“The Farm” is the oldest (formal) intentional community in the United States. Founded in 1971, it covers 6 square miles of beautiful rolling hills near Summertown, Tennessee. Thus it’s been 43 years in the making — forming, storming, norming and performing. As one of the men we spoke with put it, “Any issue that can arise in a community — they’ve experienced it.”
A blink of an eye and a lifetime later the course came to an end. Wow, what a journey, and I am not just saying it.
The party yesterday lit a fire within me, and I saw a whole other side of people I set side-by-side with throughout the course. People wrote poetry, sang, danced and told some very clever jokes. We laughed to tears, and I had a distinct feeling of “coming home.” It wasn’t just me, though. Today we completed the course by going around in the circle and each saying how we experienced the course, and what we plan to do in the future. Many people expressed the feeling of coming home and awe of being in the company of so many like-minded individuals. Hear hear.
“Permaculture is living. Everything before was waiting.” -Matt
“Walk in bare footed and say, ‘Stand with me. I don’t belong to anyone.’ And people will help you.” -Bill Mollison
“Education gives you huge power.” -Bill Mollison
So what’s next? Wherever the energy guides me. We’ll have to wait and see :).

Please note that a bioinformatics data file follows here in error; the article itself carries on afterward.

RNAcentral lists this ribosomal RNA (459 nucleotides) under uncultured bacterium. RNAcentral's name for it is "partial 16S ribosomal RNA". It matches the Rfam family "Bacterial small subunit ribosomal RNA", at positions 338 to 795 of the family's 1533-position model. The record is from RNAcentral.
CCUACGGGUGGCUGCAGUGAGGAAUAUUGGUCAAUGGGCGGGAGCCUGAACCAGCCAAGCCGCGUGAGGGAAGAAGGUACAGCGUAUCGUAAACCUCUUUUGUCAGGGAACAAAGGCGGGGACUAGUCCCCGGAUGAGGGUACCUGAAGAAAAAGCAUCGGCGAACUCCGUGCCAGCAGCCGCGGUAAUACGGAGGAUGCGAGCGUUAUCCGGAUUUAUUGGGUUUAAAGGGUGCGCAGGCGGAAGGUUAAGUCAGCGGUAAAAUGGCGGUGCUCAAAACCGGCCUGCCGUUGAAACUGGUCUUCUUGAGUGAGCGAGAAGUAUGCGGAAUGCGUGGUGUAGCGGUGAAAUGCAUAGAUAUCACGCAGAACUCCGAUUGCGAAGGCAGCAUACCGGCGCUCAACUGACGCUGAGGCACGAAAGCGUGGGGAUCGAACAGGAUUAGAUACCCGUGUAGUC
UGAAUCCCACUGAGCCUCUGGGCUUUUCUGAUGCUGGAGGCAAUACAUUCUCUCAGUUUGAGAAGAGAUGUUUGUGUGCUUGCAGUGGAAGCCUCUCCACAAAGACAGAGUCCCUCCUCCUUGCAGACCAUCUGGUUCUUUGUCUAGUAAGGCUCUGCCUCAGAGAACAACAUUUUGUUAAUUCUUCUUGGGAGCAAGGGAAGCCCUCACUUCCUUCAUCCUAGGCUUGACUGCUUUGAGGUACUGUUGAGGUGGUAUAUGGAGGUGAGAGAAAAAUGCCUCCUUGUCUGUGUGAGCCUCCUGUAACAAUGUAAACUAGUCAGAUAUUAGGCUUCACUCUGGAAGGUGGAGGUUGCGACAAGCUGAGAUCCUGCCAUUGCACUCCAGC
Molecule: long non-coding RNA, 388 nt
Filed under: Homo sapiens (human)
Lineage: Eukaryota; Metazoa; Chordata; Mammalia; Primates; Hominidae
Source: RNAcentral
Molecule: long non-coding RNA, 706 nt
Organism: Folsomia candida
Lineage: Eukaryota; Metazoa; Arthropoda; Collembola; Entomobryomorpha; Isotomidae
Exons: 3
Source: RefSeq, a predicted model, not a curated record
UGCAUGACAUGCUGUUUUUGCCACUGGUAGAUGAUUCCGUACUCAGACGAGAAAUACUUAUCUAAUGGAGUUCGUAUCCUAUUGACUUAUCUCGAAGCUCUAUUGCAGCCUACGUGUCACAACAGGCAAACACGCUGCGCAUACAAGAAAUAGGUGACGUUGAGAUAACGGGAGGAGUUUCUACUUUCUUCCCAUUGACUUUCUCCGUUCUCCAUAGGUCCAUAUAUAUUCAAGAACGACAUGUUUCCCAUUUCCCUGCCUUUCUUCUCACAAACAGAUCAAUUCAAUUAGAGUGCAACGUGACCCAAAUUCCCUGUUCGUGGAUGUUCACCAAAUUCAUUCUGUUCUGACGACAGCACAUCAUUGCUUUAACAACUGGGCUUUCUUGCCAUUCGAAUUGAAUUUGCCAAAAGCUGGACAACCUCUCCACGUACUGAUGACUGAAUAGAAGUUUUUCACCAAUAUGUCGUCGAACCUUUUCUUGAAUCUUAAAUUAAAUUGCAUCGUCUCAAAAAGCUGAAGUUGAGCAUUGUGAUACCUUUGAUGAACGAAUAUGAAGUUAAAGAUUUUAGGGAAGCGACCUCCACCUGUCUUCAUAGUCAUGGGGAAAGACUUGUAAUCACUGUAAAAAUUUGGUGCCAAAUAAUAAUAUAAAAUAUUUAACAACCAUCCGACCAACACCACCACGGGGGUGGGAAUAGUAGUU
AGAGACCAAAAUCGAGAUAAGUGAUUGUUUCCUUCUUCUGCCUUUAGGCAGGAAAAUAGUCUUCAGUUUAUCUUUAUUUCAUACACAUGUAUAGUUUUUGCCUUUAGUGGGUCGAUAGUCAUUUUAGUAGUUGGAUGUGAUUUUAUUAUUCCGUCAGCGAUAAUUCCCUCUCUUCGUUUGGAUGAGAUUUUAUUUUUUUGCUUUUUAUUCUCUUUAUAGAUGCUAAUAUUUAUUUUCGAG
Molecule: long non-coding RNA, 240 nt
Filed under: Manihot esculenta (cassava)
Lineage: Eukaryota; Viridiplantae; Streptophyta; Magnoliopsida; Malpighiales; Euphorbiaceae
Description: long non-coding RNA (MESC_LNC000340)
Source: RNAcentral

Today there was excited buzz in the air, and it seemed like the group was slightly less focused on the lecture. The reason, I am guessing, is this afternoon’s session when we got to present our designs to the group. Many (most) of the people haven’t done a group assignment since school days, let alone stand up and talk about it. The pressure was on.
If this wasn’t enough, today is the last full day of the course, and it is set to conclude with a party at which everyone will have to present a talent, otherwise we don’t get our PC certificate! All of a sudden, the classroom and the lunch break were enlivened with people sitting in circles and sketching to prepare for their presentations. Music instruments made an appearance, women spinning Hoola Hoops on the lawn, didgeridoo and guitars. It was great! So cheerful, energetic and…very human.
The morning lecture discussed the risks of bush fires and how to survive them. If you are designing for a region with dry hot spells (like Melbourne region, for example), you will need to have a plan for bush fire shelter.
This is a photo of the paddock we are working with. As you can see, it’s mostly an open field sheltered by the surrounding buildings and a tiny amount of slope.
We did some homework and found an aerial view of the property on Google Maps and a campus map, which accurately outlines the surrounding structures.
Equipped with these tools, we set to work.
We set outside at the highest point of the paddock with a blackboard and a box of chalk, trying to fit in all the elements, but it was obvious that our design process was not very efficient…too many drivers and not enough focus…